Written by Peter Shaffer

Thursday 20th April to Saturday 22nd April and Wednesday 26th to Saturday 29th April 2017

Directed by Alan Ward

AuthorPeter Shaffer

Peter Shaffer

Sir Peter Levin Shaffer, CBE (15 May 1926 - 6 June 2016) was an English playwright and screenwriter of numerous award-winning plays, several of which have been turned into films. He was born to a Jewish family in Liverpool, the son of Reka (nee Fredman) and Jack Shaffer, an estate agent. He was the twin brother of fellow playwright Anthony Shaffer.

He was educated at the Hall School, Hampstead, and St Paul's School, London, and subsequently he gained a scholarship to Trinity College, Cambridge, to study history. Shaffer was a Bevin Boy coal miner during World War II, and took a number of jobs including bookstore clerk, and assistant at the New York Public Library, before discovering his dramatic talents.

Theatrical career

Shaffer's first play, The Salt Land (1954), was presented on the BBC. Encouraged by this success, Shaffer continued to write and established his reputation as a playwright in 1958, with the production of Five Finger Exercise, which opened in London under the direction of John Gielgud and won the Evening Standard Drama Award. When Five Finger Exercise moved to New York City in 1959, it was equally well received and landed Shaffer the New York Drama Critics' Circle Award for Best Foreign Play.

Shaffer's next piece was a double bill, The Private Ear/The Public Eye, two plays each containing three characters and concerning aspects of love. They were presented in May 1962 at the Globe Theatre, and both starred Maggie Smith and Kenneth Williams. Smith won the Evening Standard Theatre Award for Best Leading Actress at the age of 27.

The National Theatre was established in 1963, and virtually all of Shaffer's subsequent work was done in its service. His canon contains a unique mix of philosophical dramas and satirical comedies. The Royal Hunt of the Sun (1964) presents the tragic conquest of Peru by the Spanish, while Black Comedy (1965) takes a humorous look at the antics of a group of characters feeling their way around a pitch black room - although the stage is actually flooded with light.

Equus (1973) won Shaffer the 1975 Tony Award for Best Play as well as the New York Drama Critics' Circle Award. A journey into the mind of a 17-year-old stable boy who had plunged a spike into the eyes of six horses, Equus ran for over 1,000 performances on Broadway. It was revived by Massachusetts' Berkshire Theatre Festival in the summers of 2005 and 2007, by director Thea Sharrock at London's Gielgud Theatre in February 2007, and on Broadway (in the Sharrock staging) in September 2008. The latter production, which ran in New York until February 2009, required the stable boy to appear naked; its star, Daniel Radcliffe, was still associated with the Harry Potter films intended for general audiences, and this led to mild controversy.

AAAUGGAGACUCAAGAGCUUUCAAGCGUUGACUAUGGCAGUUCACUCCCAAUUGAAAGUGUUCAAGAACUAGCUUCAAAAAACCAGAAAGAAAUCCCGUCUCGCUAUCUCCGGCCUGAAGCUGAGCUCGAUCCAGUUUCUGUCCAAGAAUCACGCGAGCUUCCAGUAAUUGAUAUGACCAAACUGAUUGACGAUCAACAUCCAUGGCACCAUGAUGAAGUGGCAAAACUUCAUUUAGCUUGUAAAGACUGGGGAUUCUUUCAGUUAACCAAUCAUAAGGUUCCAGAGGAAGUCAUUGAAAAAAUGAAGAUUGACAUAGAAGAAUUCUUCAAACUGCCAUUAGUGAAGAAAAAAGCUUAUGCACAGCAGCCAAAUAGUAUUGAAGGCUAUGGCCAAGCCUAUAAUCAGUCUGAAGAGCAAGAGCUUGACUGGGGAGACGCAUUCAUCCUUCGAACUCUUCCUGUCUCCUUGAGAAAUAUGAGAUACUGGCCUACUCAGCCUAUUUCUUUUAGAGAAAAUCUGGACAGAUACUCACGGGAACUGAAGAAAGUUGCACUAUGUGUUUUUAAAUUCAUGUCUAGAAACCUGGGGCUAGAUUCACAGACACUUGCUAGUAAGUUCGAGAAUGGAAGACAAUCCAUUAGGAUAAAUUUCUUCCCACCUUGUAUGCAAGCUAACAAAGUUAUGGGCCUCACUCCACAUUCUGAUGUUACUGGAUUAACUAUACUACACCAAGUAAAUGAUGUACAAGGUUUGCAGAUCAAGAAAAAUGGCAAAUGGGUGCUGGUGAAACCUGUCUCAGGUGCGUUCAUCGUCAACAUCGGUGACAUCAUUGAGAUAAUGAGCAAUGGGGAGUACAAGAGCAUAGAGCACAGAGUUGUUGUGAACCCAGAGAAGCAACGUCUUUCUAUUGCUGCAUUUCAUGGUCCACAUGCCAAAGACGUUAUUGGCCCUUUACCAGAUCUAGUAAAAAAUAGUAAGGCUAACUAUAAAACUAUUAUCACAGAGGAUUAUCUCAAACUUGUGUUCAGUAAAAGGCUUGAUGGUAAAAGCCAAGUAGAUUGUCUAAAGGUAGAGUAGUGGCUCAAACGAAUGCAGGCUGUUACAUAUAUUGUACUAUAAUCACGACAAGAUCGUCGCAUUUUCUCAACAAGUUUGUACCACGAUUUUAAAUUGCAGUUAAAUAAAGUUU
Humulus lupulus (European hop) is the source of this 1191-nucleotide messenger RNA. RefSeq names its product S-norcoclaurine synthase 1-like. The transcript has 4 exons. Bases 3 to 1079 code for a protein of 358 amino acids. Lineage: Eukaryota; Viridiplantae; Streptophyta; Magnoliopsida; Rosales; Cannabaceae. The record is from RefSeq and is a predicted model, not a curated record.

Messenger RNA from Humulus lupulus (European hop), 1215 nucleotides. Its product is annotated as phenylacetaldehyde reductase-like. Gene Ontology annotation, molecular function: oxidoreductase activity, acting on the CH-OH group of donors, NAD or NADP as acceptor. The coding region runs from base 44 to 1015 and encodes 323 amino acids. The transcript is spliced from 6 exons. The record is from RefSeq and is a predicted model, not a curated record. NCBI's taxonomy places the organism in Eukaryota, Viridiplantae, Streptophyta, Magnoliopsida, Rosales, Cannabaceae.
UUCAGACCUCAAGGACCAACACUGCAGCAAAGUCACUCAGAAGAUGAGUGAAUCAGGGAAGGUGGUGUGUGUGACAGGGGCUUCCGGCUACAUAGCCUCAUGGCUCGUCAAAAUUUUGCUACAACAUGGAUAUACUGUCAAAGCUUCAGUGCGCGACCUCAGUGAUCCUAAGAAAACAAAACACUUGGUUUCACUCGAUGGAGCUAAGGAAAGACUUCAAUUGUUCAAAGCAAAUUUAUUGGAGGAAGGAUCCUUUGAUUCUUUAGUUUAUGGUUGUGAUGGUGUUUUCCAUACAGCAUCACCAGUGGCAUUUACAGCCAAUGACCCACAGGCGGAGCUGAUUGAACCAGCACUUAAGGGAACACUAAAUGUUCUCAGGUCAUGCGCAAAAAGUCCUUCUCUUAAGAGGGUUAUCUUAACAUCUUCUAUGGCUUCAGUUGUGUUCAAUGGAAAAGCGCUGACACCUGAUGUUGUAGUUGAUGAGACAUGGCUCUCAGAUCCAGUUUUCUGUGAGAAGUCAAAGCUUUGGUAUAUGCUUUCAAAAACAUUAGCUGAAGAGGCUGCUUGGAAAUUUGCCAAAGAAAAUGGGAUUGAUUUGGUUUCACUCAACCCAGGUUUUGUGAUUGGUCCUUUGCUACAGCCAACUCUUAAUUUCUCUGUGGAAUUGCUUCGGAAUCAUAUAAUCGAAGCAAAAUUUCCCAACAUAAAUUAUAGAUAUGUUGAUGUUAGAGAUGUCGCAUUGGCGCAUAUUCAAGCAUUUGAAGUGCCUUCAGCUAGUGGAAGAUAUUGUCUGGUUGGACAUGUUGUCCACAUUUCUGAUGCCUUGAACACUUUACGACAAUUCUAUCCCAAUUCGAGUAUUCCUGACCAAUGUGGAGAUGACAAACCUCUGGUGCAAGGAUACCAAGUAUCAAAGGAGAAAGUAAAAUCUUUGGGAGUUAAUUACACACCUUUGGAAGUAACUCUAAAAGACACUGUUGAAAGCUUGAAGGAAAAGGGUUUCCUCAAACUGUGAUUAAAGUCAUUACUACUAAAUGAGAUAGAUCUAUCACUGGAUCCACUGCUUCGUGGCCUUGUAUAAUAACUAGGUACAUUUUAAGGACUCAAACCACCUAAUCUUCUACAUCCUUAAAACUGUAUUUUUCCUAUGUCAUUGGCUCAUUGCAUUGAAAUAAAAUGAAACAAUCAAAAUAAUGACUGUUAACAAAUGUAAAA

Shaffer followed this success with Amadeus (1979) which won the Evening Standard Drama Award and the Theatre Critics' Award for the London production. This tells the story of Wolfgang Amadeus Mozart and court composer Antonio Salieri who, overcome with jealousy at hearing the "voice of God" coming from an "obscene child", sets out to destroy his rival. When the show moved to Broadway it won the 1981 Tony Award for Best Play and, like Equus, ran for more than 1,000 performances.

After the success of Amadeus, Shaffer wrote the play Lettice and Lovage specifically for Dame Maggie Smith in 1986, for which he was nominated for another Tony Award and Dame Maggie Smith eventually won the Tony Award for best actress after three nominations in 1990. Lettice and Lovage also enabled Margaret Tyzack to win the award for best supporting actress, and the production was nominated for best direction of a play, at the 1990 Tony Awards.

Screen adaptations

Several of Shaffer's plays have been adapted to film, including Five Finger Exercise (1962), The Royal Hunt of the Sun (1969), The Public Eye (1962), from which he adapted the 1972 film Follow Me! (1972), Equus (1977), and Amadeus (1984), which won eight Academy Awards including Best Picture.

Shaffer received two Academy Award nominations for adapting his plays Equus and Amadeus for the big screen. For writing the screenplay for Equus, he was nominated for the 1977 Best Adapted Screenplay Oscar but the award went to Alvin Sargent, who wrote the screenplay for Julia. For writing the screenplay for Amadeus, Shaffer received both the 1984 Best Screenplay Golden Globe and the 1984 Best Adapted Screenplay Oscar.

Personal Life

Shaffer was homosexual but did not write explicitly about it. His partner Robert Leonard died in 1990. Shaffer died on 6 June 2016 at the age of 90 while on a trip to the southwest of Ireland.


Shaffer received the William Inge Award for Distinguished Achievement in the American Theatre in 1992. Two years later he was appointed Cameron Mackintosh Visiting Professor of Contemporary Theatre at Oxford University.